On December 21, 1972, the parties to the Attorney General's state court action agreed to a consent injunction which directed Southeastern to make a tender offer to repurchase the publicly offered stock at the price at which it was first offered, $5 per share. After Southeastern had liquidated several of its properties, its transfer agent, on March 30, 1973, mailed a copy of the tender offer to each individual or broker that was an owner of record of Southeastern shares on December 21, 1972. As of April 3, 1974, almost 97% Of the shares originally sold, including all but 10 shares held by Wechsler, had been tendered and approximately 90% ($904,000) of the funds raised in the original offering had been returned. On the same date Assistant Attorney General Thomas N. Dolan reported to the district court that Southeastern had complied with the essential provisions of the tender offer and that the Attorney General's action had basically been concluded.
In the meantime, on July 31, 1973, a hearing was held by the district court upon Wechsler's application for attorney's fees and Southeastern's motion to dismiss the action and its application for fees and costs. Decision was reserved on all of the motions and applications, pending this Court's decision in Grace v. Ludwig, 484 F.2d 1262 (2d Cir. 1973), cert. denied, 416 U.S. 905, 94 S.Ct. 1610, 40 L.Ed.2d 110 (1974), then sub judice and later handed down on September 12, 1973, which the district court thought might be of help in resolving the attorney's fees issue. In an opinion dated April 4, 1974, Judge Knapp concluded that the tender offer and rescission negotiated by the Attorney General had adequately protected the interests of Wechsler and the proposed class, thus in effect mooting Wechsler's suit and rendering further prosecution of it unnecessary. He dismissed the action and denied all applications for fees and costs, finding that neither plaintiff nor his attorney was of any direct assistance to the Attorney General.5 He further found no merit in Southeastern's argument that it was entitled to attorney's fees and costs because of alleged undue harassment by plaintiff.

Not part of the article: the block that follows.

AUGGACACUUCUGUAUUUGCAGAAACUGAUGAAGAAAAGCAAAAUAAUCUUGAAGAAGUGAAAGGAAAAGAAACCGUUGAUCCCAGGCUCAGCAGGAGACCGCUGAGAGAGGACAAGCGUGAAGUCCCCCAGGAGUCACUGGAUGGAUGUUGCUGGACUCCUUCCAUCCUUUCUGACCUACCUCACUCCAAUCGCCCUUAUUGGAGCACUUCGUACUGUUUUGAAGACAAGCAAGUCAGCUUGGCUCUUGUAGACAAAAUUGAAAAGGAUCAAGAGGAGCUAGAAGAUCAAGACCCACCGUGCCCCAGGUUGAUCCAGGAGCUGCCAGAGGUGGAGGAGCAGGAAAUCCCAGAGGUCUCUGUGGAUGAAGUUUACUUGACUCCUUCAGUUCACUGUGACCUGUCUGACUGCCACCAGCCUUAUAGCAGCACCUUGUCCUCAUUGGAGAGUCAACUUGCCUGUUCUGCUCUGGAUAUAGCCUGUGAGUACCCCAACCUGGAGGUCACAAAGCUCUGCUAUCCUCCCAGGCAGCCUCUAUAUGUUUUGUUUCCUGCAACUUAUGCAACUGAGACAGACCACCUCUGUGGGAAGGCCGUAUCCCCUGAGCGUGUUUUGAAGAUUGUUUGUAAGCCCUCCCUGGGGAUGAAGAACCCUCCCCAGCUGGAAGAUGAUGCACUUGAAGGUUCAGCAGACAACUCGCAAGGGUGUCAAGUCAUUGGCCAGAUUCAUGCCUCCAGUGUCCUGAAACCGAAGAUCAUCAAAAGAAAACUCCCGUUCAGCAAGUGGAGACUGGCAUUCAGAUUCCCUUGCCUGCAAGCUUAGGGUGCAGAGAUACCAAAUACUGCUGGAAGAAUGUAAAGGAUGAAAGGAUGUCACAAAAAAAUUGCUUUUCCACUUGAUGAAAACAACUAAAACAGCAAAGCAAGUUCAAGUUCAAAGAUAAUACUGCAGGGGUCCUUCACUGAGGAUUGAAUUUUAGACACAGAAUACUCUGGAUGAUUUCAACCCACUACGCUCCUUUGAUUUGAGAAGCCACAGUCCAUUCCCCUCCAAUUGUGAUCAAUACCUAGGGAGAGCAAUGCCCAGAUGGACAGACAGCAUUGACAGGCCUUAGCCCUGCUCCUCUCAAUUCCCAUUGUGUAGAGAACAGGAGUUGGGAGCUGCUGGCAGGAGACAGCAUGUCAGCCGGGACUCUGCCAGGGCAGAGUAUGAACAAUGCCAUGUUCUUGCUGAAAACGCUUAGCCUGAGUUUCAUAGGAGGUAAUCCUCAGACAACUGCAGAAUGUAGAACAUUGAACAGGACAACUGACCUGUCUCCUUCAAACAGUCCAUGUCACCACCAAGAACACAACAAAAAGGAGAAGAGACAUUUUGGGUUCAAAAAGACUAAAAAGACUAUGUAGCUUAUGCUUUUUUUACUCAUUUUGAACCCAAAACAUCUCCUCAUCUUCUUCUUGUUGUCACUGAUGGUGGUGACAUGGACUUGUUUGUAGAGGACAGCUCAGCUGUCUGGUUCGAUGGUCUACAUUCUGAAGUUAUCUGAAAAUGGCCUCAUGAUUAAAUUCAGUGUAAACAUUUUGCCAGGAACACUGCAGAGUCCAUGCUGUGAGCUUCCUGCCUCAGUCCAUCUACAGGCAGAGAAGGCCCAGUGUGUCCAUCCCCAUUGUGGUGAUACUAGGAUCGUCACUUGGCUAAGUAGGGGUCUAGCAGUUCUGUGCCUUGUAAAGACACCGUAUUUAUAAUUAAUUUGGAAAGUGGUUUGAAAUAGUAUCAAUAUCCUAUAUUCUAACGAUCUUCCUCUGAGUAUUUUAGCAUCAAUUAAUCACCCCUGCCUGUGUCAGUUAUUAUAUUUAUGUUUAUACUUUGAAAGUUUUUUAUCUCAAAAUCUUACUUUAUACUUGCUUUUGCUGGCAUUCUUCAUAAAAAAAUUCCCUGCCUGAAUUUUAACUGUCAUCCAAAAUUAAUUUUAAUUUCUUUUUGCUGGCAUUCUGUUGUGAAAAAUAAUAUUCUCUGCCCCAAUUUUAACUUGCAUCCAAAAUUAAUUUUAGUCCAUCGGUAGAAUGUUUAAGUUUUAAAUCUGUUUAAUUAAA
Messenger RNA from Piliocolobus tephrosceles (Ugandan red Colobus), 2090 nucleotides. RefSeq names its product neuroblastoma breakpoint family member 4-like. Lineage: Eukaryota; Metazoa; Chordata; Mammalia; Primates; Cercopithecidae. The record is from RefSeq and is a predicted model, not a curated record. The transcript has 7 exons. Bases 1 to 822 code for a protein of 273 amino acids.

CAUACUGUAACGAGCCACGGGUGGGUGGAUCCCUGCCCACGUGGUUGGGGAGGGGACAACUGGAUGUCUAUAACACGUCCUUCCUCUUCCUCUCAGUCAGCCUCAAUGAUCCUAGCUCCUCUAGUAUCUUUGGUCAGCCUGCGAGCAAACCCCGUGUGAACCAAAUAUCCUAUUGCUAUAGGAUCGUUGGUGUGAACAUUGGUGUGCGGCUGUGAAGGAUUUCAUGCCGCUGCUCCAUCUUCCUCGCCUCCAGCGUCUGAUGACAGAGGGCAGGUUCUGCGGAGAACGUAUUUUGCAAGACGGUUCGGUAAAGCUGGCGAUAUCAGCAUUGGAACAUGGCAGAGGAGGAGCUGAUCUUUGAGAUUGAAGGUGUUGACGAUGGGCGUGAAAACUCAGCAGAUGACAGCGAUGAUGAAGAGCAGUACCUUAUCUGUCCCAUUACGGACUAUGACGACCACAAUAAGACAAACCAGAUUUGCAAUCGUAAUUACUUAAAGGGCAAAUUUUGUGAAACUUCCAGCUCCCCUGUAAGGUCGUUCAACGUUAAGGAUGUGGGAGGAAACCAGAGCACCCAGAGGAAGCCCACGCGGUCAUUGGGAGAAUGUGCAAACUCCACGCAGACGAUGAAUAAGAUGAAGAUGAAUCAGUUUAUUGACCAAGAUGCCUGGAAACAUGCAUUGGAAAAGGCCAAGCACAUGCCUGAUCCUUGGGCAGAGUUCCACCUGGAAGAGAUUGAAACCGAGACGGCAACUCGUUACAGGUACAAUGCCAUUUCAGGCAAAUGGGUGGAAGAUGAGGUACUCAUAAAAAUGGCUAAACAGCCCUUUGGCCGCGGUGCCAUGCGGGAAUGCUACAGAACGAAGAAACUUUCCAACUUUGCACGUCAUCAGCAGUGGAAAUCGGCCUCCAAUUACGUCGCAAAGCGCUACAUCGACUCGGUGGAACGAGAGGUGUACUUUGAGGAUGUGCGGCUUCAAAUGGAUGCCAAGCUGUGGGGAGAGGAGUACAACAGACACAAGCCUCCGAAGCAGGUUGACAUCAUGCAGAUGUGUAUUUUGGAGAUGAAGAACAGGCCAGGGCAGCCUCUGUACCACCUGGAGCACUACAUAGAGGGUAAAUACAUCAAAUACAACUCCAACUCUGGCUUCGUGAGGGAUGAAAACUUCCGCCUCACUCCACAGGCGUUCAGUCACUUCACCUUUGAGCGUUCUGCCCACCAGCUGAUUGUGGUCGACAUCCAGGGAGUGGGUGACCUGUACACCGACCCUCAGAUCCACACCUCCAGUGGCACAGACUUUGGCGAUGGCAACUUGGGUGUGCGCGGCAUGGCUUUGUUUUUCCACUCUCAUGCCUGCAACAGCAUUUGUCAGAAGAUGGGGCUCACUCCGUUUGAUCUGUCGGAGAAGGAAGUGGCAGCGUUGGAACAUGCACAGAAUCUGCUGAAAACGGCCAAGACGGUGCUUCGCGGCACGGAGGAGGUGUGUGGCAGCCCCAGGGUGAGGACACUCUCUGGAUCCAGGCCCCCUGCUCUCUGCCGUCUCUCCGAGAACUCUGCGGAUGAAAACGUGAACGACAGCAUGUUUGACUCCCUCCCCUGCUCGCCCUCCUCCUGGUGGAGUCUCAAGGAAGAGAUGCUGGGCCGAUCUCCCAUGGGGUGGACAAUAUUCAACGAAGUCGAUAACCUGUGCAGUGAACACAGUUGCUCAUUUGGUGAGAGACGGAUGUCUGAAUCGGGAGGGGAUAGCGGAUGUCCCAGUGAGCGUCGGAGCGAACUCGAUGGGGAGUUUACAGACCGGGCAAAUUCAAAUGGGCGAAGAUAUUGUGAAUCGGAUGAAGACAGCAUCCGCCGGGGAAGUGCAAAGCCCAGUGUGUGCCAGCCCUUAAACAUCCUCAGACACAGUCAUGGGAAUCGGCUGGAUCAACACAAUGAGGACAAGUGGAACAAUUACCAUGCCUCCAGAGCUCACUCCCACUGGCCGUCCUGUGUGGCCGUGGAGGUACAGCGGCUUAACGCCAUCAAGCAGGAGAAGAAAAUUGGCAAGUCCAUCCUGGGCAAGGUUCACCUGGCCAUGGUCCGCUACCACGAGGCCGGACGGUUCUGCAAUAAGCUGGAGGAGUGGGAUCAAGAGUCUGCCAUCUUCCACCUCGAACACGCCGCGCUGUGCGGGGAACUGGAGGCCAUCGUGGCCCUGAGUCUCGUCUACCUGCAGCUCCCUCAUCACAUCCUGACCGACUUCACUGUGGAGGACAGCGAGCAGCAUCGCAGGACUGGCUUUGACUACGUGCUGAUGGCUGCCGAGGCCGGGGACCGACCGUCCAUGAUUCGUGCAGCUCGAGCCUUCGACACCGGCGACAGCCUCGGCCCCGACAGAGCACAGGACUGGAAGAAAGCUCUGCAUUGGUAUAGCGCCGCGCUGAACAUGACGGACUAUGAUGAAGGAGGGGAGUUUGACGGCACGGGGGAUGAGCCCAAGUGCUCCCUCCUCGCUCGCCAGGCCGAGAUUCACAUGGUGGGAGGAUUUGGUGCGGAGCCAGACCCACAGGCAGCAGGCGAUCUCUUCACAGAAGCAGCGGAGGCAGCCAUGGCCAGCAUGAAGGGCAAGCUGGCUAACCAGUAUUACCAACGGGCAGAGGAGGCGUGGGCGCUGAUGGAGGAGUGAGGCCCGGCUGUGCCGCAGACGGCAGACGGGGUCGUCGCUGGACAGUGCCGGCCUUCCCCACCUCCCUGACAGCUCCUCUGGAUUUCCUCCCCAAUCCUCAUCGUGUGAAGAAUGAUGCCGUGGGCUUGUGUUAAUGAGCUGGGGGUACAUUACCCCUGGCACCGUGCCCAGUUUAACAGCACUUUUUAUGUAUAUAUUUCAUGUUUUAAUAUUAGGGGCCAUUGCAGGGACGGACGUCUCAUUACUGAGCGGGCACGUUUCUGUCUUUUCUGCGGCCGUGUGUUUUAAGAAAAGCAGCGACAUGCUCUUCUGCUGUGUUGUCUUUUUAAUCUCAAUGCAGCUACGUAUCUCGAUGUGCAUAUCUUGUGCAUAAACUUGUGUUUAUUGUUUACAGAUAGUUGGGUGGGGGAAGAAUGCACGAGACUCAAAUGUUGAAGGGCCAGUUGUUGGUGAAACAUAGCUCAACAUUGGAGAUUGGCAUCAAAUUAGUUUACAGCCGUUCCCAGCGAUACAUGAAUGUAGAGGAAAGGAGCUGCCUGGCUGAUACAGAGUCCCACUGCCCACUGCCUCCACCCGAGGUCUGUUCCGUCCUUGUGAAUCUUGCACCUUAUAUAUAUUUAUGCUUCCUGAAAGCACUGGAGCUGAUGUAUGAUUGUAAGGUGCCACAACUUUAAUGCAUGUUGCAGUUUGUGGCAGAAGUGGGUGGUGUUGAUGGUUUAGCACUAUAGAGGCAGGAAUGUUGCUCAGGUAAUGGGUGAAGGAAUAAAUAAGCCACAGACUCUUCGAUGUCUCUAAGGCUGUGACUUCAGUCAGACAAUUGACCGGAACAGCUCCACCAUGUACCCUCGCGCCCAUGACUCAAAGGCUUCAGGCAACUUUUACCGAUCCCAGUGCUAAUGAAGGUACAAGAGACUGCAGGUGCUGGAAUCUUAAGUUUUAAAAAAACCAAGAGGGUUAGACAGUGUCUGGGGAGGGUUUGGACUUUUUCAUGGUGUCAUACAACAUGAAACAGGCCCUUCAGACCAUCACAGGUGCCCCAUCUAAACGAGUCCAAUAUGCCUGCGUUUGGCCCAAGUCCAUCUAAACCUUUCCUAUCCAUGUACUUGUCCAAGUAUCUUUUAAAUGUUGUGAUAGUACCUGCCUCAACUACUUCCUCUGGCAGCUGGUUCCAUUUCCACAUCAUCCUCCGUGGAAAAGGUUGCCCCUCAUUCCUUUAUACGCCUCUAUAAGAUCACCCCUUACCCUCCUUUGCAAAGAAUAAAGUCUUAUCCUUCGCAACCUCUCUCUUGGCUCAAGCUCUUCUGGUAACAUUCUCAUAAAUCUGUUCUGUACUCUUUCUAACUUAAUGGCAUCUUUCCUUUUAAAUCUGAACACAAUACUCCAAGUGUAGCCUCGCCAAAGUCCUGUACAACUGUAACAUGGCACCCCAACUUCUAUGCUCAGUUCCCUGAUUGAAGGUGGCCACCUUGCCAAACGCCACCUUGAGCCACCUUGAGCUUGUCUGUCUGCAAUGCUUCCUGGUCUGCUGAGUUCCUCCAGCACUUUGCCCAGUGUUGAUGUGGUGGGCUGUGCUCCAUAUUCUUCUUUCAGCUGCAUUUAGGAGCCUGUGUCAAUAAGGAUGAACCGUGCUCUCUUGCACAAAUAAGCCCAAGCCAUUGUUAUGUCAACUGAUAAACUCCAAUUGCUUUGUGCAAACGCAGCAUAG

Under the 'private attorney general' doctrine an award by the court of counsel fees for services that have produced a monetary or other benefit to a corporation or class is favored as a means of encouraging private enforcement of the securities laws for the protection of the public investor. See, e.g., Mills v. Electric Auto-Lite Co., 396 U.S. 375, 389-397, 90 S.Ct. 616, 24 L.Ed.2d 593 (1970); J.I. Case Co. v. Borak, 377 U.S. 426, 84 S.Ct. 1555, 12 L.Ed.2d 423 (1964); Grace v. Ludwig, supra; Rosenblatt v. Northwest Airlines, Inc., 435 F.2d 1121, 1124 (2d Cir. 1970). An essential condition precedent to the award, however, is a showing that the attorney's services were a competent producing cause of the supposed benefit conferred. Cf. Mills v. Electric Auto-Lite Co., supra, 396 U.S. at 389-397, 90 S.Ct. 616; Sprague v. Ticonic National Bank, 307 U.S. 161, 59 S.Ct. 777, 83 L.Ed. 1184 (1939); White v. Auerbach, 500 F.2d 822 at 829 (2d Cir. 1974); Blau v. Rayette-Faberge, Inc., 389 F.2d 469 (2d Cir. 1968); Gilson v. Chock Full O'Nuts Corp., 331 F.2d 107 (2d Cir. 1964). Where, as often occurs, the private action follows upon the coattails of a government suit or investigation which has provided the basis for the claim, it has been suggested that the court's inquiry be directed at whether the services rendered played any part in achieving a successful result rather than at the encouragement of the litigation by increasing the fee through the use of a contingency factor. See Lindy Bros. Builders, Inc. v. American Radiator and Standard Sanitary Corp., 487 F.2d 161, 168 (3d Cir. 1973). Since the private investorplaintiff usually seeks relief not available to the government in the form of substantial damages, see West Virginia v. Chas. Pfizer & Co., 314 F.Supp. 710 (S.D.N.Y.1970), affd., 440 F.2d 1079 (2d Cir.), cert. denied sub nom., Cotler Drugs, Inc. v. Chas. Pfizer & Co., 404 U.S. 871, 92 S.Ct. 81, 30 L.Ed.2d 115 (1971), which, if awarded, will serve as an additional deterrent, an award of counsel fees to the 'coattail' plaintiff is still recognized, the principal objection being the excessiveness of the award rather than its allowance by the court. See, e.g., City of Detroit v. Grinnell Corp., 495 F.2d 448, 468-474 (2d Cir. 1974). However, the mere institution of a stockholder's action does not guarantee that the plaintiff will be awarded attorney's fees upon his suit being mooted by the successful prosecution or settlement of some other action. Causation must still be shown and the burden of establishing it remains with the plaintiff. Chrysler Corp. v. Dann, 223 A.2d 384, 386-387 (Del.1966).